Fuzzy Logic & Fuzzy Life
The following essay on the politically-charged issue of abortion was originally written for my regular Scientific American monthly column, Skeptic, but we decided that it was too political and not grounded enough in science for Scientific American, so we shelved it. I ended up expanding that column into a chapter section in my book The Science of Good and Evil.
In 1959 astronomers were polled for their opinion on the then undecided debate between two competing cosmological theories. “Did the universe begin with a Big Bang several thousand million years ago?” A third answered yes. “Is matter continuously created in space?” Almost half answered yes. Most telling, to the question “Is a poll of this kind helpful to scientific progress?” all answered no.
The reason for this unanimity is that scientific questions are not settled by consensus opinion. Unfortunately, in complex human and social issues, separating fact from opinion is not so easy, and for no issue is this more apparent than abortion. Setting aside the emotionally charged moral and political aspects of abortion for a moment, how can science inform this debate?
At the core of the moral and political question of whether or not aborting a fetus constitutes murder is the scientific question of when a fetus becomes a human being. Supreme Court Justice Harry A. Blackmun, writing for the 7-2 majority ruling in the 1973 Roe v. Wade decision, concluded: “When those trained in the respective disciplines of medicine, philosophy and theology are unable to arrive at any consensus, the judiciary, at this point in the development of man’s knowledge, is not in a position to speculate as to the answer.”
The problem is one of logic, not knowledge. Legal and political decisions are grounded in binary logic in which unambiguous yeses and noes determine final Truths. The law must make a determination on a case, a hard and fast ruling by which we are to abide. And political issues are settled by a consensus process called democracy. By contrast, science is grounded in fuzzy logic in which ambiguous probabilities determine provisional truths. Error bars accompany data graphs, p (probability) values are designated in decimal percentages indicating the likelihood of chance accounting for the finding, and caveats and cautions are sprinkled throughout conclusions.
In the abortion debate here is how the difference between binary and fuzzy logic plays out. Most Pro-Lifers believe that human life begins at conception — before conception not-life, after conception, life. Binary logic. Binary life. With fuzzy logic we can assign a probability to human life — before conception 0, the moment of conception, .1, multi-cellular blastocyst, .2, one-month old embryo, .3, two-month old fetus, .4, and so on until birth, when the fetus becomes a 1.0 human life form. Fuzzy logic. Fuzzy life.
The process does not sound very romantic, but from a scientific perspective human life is a fuzzy continuum. Neither egg nor sperm is a human individual, nor is the zygote or blastocyst because they might split to become twins, or stop developing and naturally abort. The eight-week old fetus has recognizable human features such as face, hands, and feet, but neuronal synaptic connections are still being made so thought is not possible. Only after eight weeks do embryos begin to show primitive response movements, but not until seven months does the fetus develop sufficient neocortical complexity to exhibit some of the cognitive capacities typically found in full-term newborns (in between, the fetus may respond reflexively to stimuli but this in no way can be construed as sentience). Fetus EEG recordings with the characteristics of an adult EEG appear at approximately 30 weeks. In other words, the capacity for human thought does not exist until just six weeks before birth.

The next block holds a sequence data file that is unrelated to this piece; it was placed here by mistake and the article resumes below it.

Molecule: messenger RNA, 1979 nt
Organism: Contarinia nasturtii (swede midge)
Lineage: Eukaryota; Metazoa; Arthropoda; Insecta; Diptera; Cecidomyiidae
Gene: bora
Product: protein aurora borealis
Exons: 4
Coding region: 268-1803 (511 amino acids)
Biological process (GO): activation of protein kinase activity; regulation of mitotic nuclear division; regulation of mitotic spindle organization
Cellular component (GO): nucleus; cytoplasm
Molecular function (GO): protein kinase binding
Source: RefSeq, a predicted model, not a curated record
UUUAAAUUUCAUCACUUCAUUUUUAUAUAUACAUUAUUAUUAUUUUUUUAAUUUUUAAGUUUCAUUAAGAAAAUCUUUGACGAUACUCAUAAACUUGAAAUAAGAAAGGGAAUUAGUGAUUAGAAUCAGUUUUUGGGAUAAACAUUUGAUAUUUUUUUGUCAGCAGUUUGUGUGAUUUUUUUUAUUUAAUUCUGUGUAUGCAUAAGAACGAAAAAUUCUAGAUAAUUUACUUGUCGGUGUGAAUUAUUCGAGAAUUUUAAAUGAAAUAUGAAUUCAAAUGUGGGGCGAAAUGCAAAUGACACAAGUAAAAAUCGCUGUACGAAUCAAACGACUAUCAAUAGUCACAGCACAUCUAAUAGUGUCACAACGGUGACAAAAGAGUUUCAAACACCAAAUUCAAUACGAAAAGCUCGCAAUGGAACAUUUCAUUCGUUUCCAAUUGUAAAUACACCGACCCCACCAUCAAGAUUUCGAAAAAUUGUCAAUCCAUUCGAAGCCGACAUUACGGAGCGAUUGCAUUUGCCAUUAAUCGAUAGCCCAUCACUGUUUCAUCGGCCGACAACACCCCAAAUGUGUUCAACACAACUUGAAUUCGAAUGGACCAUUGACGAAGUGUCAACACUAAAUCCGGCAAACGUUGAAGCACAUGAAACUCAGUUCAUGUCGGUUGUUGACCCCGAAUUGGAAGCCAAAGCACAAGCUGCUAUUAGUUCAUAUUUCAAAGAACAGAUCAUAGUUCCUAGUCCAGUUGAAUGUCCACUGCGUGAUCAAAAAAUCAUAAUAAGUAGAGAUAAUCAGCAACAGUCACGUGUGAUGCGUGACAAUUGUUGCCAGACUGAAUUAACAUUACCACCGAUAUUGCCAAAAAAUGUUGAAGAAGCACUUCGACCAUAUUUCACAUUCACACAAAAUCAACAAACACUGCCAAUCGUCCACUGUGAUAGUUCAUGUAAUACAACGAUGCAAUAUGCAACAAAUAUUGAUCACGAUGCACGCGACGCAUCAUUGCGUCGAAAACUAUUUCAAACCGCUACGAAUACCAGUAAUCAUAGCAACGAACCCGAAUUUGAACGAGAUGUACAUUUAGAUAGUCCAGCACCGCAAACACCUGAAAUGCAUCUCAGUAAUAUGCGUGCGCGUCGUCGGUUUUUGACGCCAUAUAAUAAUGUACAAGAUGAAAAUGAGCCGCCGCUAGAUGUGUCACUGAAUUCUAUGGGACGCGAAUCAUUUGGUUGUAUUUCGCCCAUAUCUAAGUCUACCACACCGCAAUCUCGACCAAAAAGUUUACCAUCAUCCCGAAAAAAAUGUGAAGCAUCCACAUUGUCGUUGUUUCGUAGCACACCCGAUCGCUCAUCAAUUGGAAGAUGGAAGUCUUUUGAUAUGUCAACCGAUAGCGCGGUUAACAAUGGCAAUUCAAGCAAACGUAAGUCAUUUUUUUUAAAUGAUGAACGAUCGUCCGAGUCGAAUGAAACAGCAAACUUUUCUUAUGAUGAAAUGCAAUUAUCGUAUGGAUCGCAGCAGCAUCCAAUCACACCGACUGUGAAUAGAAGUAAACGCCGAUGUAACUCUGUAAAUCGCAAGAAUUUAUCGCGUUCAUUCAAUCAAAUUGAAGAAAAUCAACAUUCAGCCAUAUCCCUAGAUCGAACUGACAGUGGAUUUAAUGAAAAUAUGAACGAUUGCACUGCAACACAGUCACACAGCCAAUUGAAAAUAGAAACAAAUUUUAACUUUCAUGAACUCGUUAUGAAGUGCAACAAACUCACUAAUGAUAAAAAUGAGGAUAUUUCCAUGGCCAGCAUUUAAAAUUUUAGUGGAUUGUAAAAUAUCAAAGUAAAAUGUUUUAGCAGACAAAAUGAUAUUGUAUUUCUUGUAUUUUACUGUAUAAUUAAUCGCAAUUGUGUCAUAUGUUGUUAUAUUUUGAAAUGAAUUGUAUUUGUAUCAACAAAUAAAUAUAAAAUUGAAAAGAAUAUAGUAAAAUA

Autonomy is also an issue. Between two and six months the fetus could not exist on its own because such critical organs as the lungs and kidneys do not mature before that time. For example, air sac development sufficient for gas exchange does not occur until at least 23 weeks after gestation, and often later. Since virtually no abortions are performed after the second trimester, and before then there is no scientific evidence that the fetus is an autonomous thinking human individual (most scientists agree that of all the characteristics used to define what it means to be human, the capacity to think is the most important), the case for abortion as murder cannot be based on scientific grounds.
Unfortunately, fuzzy thinking often prevails over fuzzy logic, where morality, politics, and science are confoundedly conflated. Moral issues are personal. Political issues are social. Scientific issues are factual. Pro-Choicers believe that whether a woman decides to abort a fetus or not is a personal moral issue. Pro-Lifers want to make it a political issue in which society makes that choice. The fuzzy logic of science reveals that there is no consensus on when a human life begins because it unfolds along a quantitative scale. Therefore, although one may oppose abortion for personal reasons, there is no scientific justification to shift the abortion issue from the personal to the political.
This article was first published here.